Editorial Open Access
Copyright ©The Author(s) 2024. Published by Baishideng Publishing Group Inc. All rights reserved.
World J Cardiol. Feb 26, 2024; 16(2): 58-63
Published online Feb 26, 2024. doi: 10.4330/wjc.v16.i2.58
Inflammation as a cause of acute myocardial infarction in patients with myeloproliferative neoplasm
Amedeo Tirandi, Elisa Schiavetta, Elia Maioli, Fabrizio Montecucco, Luca Liberale, Department of Internal Medicine, University of Genoa, Genoa 16132, Italy
Fabrizio Montecucco, Luca Liberale, IRCCS Ospedale Policlinico San Martino, Genoa – Italian Cardiovascular Network, Genoa 16132, Italy
ORCID number: Amedeo Tirandi (0000-0003-1875-0160); Elisa Schiavetta (0009-0003-6281-996X); Elia Maioli (0009-0005-4125-9240); Fabrizio Montecucco (0000-0003-0823-8729); Luca Liberale (0000-0003-1472-7975).
Author contributions: Tirandi A wrote the paper and drew the image; Schiavetta E, and Maioli E critically revised the paper; Liberale L and Montecucco F supervised the entire work. All the authors read the final version of the manuscript and approve it for the submission and publication.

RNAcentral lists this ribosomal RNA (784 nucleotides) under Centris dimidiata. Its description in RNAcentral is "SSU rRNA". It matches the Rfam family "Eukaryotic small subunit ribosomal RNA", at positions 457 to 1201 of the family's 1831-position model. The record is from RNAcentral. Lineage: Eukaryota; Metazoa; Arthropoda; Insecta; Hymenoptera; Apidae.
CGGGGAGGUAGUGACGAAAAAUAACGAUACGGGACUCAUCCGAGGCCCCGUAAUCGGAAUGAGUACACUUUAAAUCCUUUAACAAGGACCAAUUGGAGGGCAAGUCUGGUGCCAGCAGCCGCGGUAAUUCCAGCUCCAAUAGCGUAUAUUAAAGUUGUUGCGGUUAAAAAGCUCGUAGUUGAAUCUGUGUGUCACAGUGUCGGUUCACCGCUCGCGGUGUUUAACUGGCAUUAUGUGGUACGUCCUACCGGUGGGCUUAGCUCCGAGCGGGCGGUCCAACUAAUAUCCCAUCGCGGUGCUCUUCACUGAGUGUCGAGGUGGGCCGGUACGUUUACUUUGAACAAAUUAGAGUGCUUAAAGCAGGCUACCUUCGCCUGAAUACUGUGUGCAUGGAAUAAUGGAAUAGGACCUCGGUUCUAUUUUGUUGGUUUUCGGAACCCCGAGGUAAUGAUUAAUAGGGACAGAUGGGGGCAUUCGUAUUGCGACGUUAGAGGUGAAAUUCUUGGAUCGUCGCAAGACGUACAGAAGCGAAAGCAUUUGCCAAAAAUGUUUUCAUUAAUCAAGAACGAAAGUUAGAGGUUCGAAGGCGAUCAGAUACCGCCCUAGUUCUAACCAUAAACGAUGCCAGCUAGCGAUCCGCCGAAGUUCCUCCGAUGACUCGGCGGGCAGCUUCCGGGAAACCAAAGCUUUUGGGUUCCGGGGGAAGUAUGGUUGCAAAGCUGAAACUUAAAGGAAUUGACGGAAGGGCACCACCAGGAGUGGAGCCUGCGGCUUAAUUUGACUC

Conflict-of-interest statement: All the authors declare that they have no conflict of interest.
Open-Access: This article is an open-access article that was selected by an in-house editor and fully peer-reviewed by external reviewers. It is distributed in accordance with the Creative Commons Attribution NonCommercial (CC BY-NC 4.0) license, which permits others to distribute, remix, adapt, build upon this work non-commercially, and license their derivative works on different terms, provided the original work is properly cited and the use is non-commercial. See: https://creativecommons.org/Licenses/by-nc/4.0/
Corresponding author: Fabrizio Montecucco, MD, PhD, Full Professor, Department of Internal Medicine University of Genoa, 6 v.le Benedetto XV, Genoa 16132, Italy. fabrizio.montecucco@unige.it
Received: November 22, 2023
Peer-review started: November 22, 2023
First decision: December 23, 2023
Revised: January 1, 2024
Accepted: January 18, 2024
Article in press: January 18, 2024
Published online: February 26, 2024

Abstract